Turn rate: 18 days
The made-in-Canada RAV4 is spacious, comfortable and easy to drive. Anyone looking for a small-to-mid-size crossover wagon should give it a test drive - especially if you want fuel-efficient V-6 power, a third-row seat or both.
One great strength of the RAV is roomy second-row seating. Another is a huge cargo space with a flat load floor. Build quality is excellent, crash test scores are top-notch and the ride and handling is comfortable and responsive.
Okay, okay, some parts of the cabin look and feel cheap and that side-hinged rear gate gets in the way of curb-side loading. But Toyota has done a good job here.
Of course, Toyota has had some practice at this. The world's No. 1 car company launched the RAV4 some 14 years ago. Some would say Toyota invented the car-based utility wagon segment, in fact. That first RAV was pretty small, though. This version is not.
Toyota offers two engines: four-cylinder engine (179) and the V-6 (265 hp). Go for the V-6 if you can afford it. It has basically the same fuel economy as the four-banger (9.7 litres/100 km city/7.2 highway for the four-cylinder, versus 10.7/7.4 for the V-6).
The RAV is safe, too. In crash tests by the Insurance Institute for Highway Safety, the RAV earned the top rating of "Good" in both the frontal-offset and side-impact crash tests. It achieved the second-best rating of "Acceptable" in the roof strength test.
Inside, the controls are simple and well-placed. There is plenty of storage space and with all the rear seats folded, the RAV can handle more cargo than, say, a bigger Ford Edge. Passenger space is also excellent. The optional third-row seat will handle a pair of kids. The downside is a budget feel to the plastics.
2010 Ford Escape
Price range: $24,999-$34,549
Average transaction price: $29,550
The hot deal: Up to $7,500 in rebates, plus a dealer discount
Turn rate: 23 days
The Escape is a very good buy, though the last serious upgrade came several years ago. And if you want a compact hybrid SUV, this is where you shop.
The most basic model has a 171-hp four-cylinder engine with a five-speed manual transmission and front-wheel drive. Ford sells the Escape with full-time four-wheel drive, too, and with a 240-hp V-6.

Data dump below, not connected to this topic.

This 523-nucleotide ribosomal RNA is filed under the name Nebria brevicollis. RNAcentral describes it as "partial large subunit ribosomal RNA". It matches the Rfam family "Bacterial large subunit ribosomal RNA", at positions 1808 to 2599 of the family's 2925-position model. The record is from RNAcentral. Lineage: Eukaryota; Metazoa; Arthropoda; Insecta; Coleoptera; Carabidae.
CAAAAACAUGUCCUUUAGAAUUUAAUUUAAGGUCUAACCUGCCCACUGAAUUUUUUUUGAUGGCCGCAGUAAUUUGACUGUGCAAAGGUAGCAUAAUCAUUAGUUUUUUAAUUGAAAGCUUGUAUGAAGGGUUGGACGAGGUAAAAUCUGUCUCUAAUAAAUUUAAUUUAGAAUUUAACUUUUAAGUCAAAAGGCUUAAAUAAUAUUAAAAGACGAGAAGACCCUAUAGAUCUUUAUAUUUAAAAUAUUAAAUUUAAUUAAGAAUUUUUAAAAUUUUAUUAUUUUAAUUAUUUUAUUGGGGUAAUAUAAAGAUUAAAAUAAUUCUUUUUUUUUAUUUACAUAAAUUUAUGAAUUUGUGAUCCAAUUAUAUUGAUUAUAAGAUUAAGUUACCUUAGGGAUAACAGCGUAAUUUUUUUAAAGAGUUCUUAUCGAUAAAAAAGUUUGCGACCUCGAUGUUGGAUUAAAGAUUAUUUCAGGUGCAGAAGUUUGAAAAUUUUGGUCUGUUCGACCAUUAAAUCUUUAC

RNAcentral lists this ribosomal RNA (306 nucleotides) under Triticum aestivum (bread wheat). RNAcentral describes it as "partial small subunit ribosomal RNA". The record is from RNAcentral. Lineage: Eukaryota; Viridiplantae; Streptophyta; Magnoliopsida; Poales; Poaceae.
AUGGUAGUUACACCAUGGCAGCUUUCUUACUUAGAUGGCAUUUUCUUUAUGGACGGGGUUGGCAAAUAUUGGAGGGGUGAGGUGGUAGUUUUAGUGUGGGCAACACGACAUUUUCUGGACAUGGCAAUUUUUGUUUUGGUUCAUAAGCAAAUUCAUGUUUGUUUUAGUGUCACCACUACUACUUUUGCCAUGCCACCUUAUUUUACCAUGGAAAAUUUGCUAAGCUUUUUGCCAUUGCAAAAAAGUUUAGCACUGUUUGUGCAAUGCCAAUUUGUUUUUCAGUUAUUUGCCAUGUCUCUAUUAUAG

The Escape is discounted; there are many newer competitors in the segment. But reliability is good and so are the crash test scores.
The Escape has one thing going for it that is unique in this group: Microsoft's Sync communication and entertainment system is available. It allows for hands-free operation of all sorts of functions.
As for the rest, the interior is spacious, with plenty of leg, shoulder, and head room in both the front and rear seats. Visibility is good, too. The cabin is reasonably quiet at highway speeds, too.
Ford's discounting puts a nice shine on the Escape, but if you want something totally new and fancy, this SUV doesn't fit the bill.
2010 Dodge Journey
Price range: $19,995-$29,895
Average transaction price: $27,593
The hot deal: Up to $3,750 in rebates, plus a dealer discount
Turn rate: 28 days
Three noteworthy things about the 2009 Dodge Journey:
1) The sharp-edged looks scream "I am NOT a minivan nor am I a station wagon" and they work
2) the cabin is festooned with cubbies and storage bins and boxes and this matters
3) the price is right, officially starting at just under $20,000. And then there are the discounts …
Size-wise, the Journey fits in somewhere between the hulking Grand Caravan minivan and the Jeep Patriot SUV. The Journey has three rows of seats and is nicely sized for shopping malls and rink parking lots. You'll have no trouble manoeuvring it in the suburbs and city core. Remember, though, that the Journey's third row is optional; the five-passenger configuration is standard across the lineup.
For power, Chrysler offers two gasoline engines here: 2.4-litre four-cylinder (173 hp) and harnessed to a four-speed automatic transmission and 3.5-litre V-6 (235 horsepower) with a six-speed automatic.